After she was laid off from her job, Holly Griffith did what most people in her situation do: she started looking.
MEMPHIS, Tenn. - After she was laid off from her job, Holly Griffith did what most people in her situation do: she started looking.
With an associate's degree in finance and five years of experience as a bookkeeper, Griffith, 25, figured it wouldn't take too long before she landed a new one. While she searched for work, she cleaned friends' and neighbors' houses for extra money.
Weeks stretched into months, as the hunt for a job kept coming up short.
At any one time in the Memphis area, there are more than 50,000 unemployed people looking for work. And while some employers are hiring, the skills they're seeking don't always match those available in the workforce.
In Griffith's case, she said she was frequently told she was too experienced for some of the jobs she was seeking.
Undaunted, Griffith looked at her options.
If she couldn't land work doing what she knew, she needed to acquire new skills. In the meantime, she also needed to make a living.
It's a familiar story for people who find themselves suddenly facing unemployment in a rough economy, said Kevin Boggs, assistant vice president of technology transfers for the Center for Entrepreneurship and Innovation at the University of Memphis. Being laid off from a job often forces people to try something new.
"Those who view such a change in their lives as a potential opportunity will understand that building on existing skills and acquiring new ones, puts them more firmly in charge of their future," Boggs said.
Griffith decided to take her occasional housecleaning work to the next level, launching The Laundry Fairy, a business specializing in laundry service.
"I started talking with moms in East Memphis neighborhoods," she said.
"Many had gone back to work since their husbands weren't making as much, and they were getting behind on their laundry and household duties. That's how the idea came to mind."
At the height of the economic recession in 2009, an analysis from the Carsey Institute at the University of New Hampshire showed 47 percent of family earnings were contributed by working wives, a record high.
As an East Memphis mom herself, Griffith saw being able to take care of her 4-year-old daughter, Abby, while making a living from home as part of the appeal of starting her own business.
Griffith said laundry and cleaning services are practical businesses to go into because they are tasks everyone needs done.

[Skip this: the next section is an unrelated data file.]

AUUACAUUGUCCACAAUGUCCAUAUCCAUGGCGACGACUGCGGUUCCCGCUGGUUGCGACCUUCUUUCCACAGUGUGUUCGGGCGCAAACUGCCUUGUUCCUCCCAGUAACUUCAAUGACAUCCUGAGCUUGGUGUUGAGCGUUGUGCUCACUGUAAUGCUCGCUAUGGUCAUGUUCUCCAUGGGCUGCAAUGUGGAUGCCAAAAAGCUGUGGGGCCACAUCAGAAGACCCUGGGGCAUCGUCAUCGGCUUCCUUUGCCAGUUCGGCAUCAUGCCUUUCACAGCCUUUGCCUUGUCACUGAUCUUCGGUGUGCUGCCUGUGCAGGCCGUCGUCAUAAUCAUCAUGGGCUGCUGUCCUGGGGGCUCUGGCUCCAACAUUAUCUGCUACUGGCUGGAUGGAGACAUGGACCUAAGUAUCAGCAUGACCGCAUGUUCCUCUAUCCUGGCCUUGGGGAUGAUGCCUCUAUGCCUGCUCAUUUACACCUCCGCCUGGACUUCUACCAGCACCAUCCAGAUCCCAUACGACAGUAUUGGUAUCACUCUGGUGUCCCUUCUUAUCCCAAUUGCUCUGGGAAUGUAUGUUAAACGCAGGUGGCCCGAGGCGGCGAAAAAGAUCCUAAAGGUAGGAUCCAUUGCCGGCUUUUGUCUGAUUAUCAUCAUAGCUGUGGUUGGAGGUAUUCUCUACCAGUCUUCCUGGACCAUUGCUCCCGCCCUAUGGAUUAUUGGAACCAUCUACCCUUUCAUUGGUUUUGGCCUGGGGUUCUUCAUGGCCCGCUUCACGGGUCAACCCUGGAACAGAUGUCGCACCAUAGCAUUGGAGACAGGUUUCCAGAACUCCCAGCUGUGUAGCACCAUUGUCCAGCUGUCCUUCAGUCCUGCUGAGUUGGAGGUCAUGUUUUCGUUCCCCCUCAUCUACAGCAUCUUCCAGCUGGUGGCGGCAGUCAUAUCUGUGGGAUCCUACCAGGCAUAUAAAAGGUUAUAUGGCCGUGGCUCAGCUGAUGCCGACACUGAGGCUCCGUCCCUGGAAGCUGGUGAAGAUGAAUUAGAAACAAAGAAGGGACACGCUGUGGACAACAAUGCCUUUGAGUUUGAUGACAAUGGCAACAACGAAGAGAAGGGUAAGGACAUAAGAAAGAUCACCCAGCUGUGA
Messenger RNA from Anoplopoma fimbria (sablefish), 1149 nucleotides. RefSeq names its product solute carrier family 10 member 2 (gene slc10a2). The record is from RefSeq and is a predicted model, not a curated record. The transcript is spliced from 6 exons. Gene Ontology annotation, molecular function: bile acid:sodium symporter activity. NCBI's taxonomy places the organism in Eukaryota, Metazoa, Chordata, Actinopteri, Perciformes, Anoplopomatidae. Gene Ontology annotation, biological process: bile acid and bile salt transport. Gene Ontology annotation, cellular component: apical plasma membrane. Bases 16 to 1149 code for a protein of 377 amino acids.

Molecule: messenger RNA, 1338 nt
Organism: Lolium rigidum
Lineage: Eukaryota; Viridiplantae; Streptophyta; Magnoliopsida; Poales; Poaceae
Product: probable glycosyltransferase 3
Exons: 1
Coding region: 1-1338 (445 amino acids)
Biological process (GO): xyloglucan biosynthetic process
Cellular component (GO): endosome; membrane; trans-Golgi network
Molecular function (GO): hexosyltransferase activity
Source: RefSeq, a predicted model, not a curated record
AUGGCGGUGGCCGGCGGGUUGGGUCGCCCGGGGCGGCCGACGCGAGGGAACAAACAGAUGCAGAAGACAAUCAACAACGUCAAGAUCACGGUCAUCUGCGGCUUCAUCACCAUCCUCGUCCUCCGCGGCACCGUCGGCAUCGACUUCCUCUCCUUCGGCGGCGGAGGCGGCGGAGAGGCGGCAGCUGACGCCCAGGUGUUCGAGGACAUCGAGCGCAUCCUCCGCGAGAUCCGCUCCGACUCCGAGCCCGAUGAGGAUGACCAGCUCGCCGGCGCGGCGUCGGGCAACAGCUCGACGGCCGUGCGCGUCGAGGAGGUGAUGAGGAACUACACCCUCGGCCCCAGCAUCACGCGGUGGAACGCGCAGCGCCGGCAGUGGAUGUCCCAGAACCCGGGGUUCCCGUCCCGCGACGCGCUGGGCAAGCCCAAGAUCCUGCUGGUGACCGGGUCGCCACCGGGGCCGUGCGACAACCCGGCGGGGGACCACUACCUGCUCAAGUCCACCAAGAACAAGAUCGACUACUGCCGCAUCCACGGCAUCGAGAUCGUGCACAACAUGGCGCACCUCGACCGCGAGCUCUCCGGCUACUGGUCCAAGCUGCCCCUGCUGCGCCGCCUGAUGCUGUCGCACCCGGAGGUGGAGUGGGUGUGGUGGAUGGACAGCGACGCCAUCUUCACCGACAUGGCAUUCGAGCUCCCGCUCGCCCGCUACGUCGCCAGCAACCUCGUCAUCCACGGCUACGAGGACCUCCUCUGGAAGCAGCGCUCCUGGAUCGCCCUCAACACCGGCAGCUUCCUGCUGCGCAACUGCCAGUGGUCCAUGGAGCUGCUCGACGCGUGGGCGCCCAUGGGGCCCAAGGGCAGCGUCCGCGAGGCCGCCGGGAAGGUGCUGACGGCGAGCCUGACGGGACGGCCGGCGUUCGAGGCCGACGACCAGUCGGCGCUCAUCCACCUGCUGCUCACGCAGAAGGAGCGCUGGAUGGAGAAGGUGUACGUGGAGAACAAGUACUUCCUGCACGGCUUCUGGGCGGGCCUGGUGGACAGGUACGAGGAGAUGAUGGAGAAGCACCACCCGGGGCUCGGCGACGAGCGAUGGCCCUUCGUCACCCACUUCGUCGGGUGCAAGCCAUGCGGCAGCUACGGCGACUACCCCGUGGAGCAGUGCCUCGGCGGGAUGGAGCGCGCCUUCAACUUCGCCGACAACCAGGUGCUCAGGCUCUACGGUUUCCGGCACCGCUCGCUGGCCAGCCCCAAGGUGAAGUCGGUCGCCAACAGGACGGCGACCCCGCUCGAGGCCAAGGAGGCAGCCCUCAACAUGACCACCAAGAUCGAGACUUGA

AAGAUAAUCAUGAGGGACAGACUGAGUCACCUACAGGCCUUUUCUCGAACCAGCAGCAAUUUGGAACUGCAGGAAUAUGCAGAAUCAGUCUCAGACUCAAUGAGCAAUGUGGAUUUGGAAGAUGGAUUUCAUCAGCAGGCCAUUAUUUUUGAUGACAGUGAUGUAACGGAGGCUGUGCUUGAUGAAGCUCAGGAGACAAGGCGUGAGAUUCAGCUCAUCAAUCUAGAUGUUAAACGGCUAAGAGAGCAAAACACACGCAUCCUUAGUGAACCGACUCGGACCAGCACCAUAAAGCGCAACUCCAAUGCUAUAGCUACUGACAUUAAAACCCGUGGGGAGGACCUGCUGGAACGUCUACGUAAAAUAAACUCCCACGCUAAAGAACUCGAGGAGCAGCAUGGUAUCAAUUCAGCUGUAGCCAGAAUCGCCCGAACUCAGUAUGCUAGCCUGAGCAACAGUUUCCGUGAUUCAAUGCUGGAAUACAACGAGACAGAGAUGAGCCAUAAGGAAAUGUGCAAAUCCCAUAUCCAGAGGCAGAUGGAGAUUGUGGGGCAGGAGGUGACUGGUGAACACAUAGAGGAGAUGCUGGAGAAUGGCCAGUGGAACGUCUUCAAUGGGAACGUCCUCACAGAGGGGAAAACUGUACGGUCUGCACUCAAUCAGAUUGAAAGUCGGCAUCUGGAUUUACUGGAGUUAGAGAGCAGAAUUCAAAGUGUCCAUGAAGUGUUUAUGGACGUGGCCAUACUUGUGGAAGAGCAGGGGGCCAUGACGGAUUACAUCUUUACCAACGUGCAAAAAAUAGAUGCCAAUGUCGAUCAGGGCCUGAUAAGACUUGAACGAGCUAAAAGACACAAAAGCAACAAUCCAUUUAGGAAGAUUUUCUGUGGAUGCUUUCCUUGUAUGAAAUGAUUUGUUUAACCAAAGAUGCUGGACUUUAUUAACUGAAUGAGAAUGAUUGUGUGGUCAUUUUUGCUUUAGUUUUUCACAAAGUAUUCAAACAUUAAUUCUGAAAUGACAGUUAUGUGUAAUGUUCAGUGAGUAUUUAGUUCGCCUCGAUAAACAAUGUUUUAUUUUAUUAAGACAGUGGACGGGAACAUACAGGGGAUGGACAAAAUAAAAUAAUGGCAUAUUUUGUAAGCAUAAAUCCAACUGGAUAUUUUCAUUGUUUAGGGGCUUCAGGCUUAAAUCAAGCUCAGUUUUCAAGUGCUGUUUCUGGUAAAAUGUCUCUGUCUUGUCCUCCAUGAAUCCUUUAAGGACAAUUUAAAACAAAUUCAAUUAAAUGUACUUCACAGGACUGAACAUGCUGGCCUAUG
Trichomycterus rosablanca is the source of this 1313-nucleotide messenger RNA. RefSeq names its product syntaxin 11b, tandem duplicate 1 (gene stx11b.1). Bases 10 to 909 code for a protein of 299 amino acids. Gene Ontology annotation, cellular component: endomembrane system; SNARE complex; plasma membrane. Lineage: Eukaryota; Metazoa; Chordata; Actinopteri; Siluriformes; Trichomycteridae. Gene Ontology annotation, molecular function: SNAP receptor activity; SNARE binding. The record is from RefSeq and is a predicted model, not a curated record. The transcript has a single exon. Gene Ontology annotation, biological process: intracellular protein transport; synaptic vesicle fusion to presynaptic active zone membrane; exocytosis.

"No matter how bad the economy is, people will always need clean clothes," Griffith said.
All clothes are washed in Griffith's homemade, eco-friendly, hypo-allergenic detergents and softeners, folded or hung, and delivered back to the customer's residence within 24 hours.
Page 2 of 2 - "There's a real push toward green products," Griffith said. "Many people are trying to get rid of chemicals in their homes."
She also offers "in home" laundry service, where the company comes to the customer's home to sort, iron and put away clothes.
The laundry service costs $20 a bag, with each bag holding two loads of laundry. The company also provides commercial and residential cleaning services.
"I tried to look for what there was a need for," Griffith said. "I started a pickup-and-deliver laundry service because many cleaning services won't touch people's laundry, so that's how the business was born."
Griffith started her business in April. Less than three months later, the company employs five college students part-time and has more than 80 customer accounts with 50 customers who pay for a weekly service. Griffith runs the company while attending nursing school, paying for her education with the profit made from the business.
Debbie Goode, Griffith's mother, said nursing has always been what Griffith really wanted to do.
"She's always wanted to work at St. Jude, and with her personality, I think she could do it."
Anna Terry, a working wife and mother, heard about The Laundry Fairy through a friend.
"I called her one afternoon because my washer is broken, and she was there within 30 minutes," Terry said. "It was really fast. She had my clothes back to me, folded and everything, at 8:30 the next morning."
Griffith plans to continue to manage and schedule her employees through college. As her career transitions to nursing, she said she could see herself selling the company to someone else.
"I didn't want another competitive business," Griffith said. "I wanted to start something that was unique, and something there was a need for."
Reach reporter Michelle Corbet at Michelle.Corbet@commercialappeal.com.